The overwhelming fundamental concern of our founding fathers was to inaugurate a regime of “Justice—social, economic and political.” Justice, liberty equality and fraternity are the four basic pillars of our constitution. But the traditional Indian society is marked by the existence of several distinct classes who are socially and economically far behind others. Justice requires that these backward classes should be pulled up to the level of equality with the advanced classes, to make liberty real for them.
The backward classes are identified as scheduled castes and scheduled tribes. But the constitution does not make any specific schedule or, lists of such castes or, tribes. In terms of Articless 341 and 342 of the constitution, the President in consultation with the Governor of a state specifies the castes or, tribes to include in the schedule, or, list of backward classes or tribes. Thus for example, the Bagdis or, the Bouris are scheduled castes and the Lapchas or, the Bhutias are scheduled tribes in West Bengal.
The constitution also provides for the appointment of commission “to investigate the conditions of the backward classes.” The commission appointed in 1953 reported in 1955. But the government did not accept the list of backward classes the ground that the list was too wide and vague. Evidently, if too many classes are accepted as scheduled classes and tribes and are given special privileges, the right to equality given to the ordinary citizens will become a nullity.
The constitution however gives a very clear definition of Anglo-Indians. In terms of Article 366 (2) an Anglo-Indian is a person whose father or any one of his male progenitors is or was of European descent but who is domiciled within the territory of India.
For the welfare of the backward classes, scheduled castes and scheduled tribes as also the Anglo-Indians have been given some special rights by the constitution.
Firstly, three specific provisions in the constitution ensure that persons belonging to such categories are in no way discriminated against. Not only that, care has been taken to see that special privileges created for their upliftment are not struck down as being discriminatory against others. Thus Art 13, forbids discrimination against any citizen on grounds of race, religion, caste etc, but constitutionalises special provisions made by the state for the advancement of socially or educationally backward classes i.e. the scheduled castes and scheduled tribes. In other words special benefits on scheduled castes and scheduled tribes cannot be struck down by the courts as being violative of the right to equality.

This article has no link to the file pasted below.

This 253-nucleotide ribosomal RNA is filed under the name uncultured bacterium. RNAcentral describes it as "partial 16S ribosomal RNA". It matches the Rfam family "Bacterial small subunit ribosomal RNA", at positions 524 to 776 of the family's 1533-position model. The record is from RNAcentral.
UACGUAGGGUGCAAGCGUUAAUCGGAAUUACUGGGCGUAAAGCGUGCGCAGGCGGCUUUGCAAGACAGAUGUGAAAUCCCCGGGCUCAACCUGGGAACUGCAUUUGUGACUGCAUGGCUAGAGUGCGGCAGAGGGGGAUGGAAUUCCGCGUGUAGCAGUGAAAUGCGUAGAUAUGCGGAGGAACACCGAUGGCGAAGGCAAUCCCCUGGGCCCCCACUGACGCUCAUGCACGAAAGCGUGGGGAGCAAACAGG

Secondly, Art. 16 of the constitution confer on citizens’ equal right in matters of employment under the state. But the state is fully within its rights to make special provisions for the employment of persons belonging to scheduled castes and scheduled tribes.
Thirdly, Art 29 guarantee that all citizens have equal rights of admission in state none or, state-aided educational institutions. But this does not prevent the state from making special provisions for the admissions of students belonging to the backward classes—i.e. the scheduled castes and scheduled tribes.
Over and above these, the constitution contains special provisions for reservation of some seats for the members of the scheduled castes and scheduled tribes both in the Lok Sabha and in the State Legislative Assemblies. Further if the President is satisfied that the Anglo-Indian community is not adequately represented, in the House of People, he may nominate two members of that community to the Lok Sabha.
The Governor of a state has similar power to nominate one member of the Anglo-Indian community to the State Legislative Assembly.
Article 335, provides that consistent with the efficiency of the services, members of the scheduled castes and scheduled tribes shall be appointed in the services of the union and the state governments. Indeed seats are often kept reserved for such candidates.
The President is empowered to appoint a special officer to keep vigil over the interests of the scheduled castes and scheduled tribes. The central government has the power to issue directives to the states for the execution of schemes beneficial to the scheduled castes and scheduled tribes.
The constitution further enjoins that the states of Bihar, Madhya Pradesh and Orissa must have a minister in charges of welfare of the scheduled castes and scheduled tribes. Again though every Indian may move freely arid acquire property anywhere in India, restrictions may be imposed by the state to prevent alienation of tribal property. In a bid to ‘abolish untouchability’, Hindu religious establishments have been thrown open to all Hindus.
Thus the constitutions grants elaborate privileges to the backward classes. But such privileges cause much political tension. Evidently such privileges cannot be the permanent feature of a polity. A time must come when India will be a society without privileges.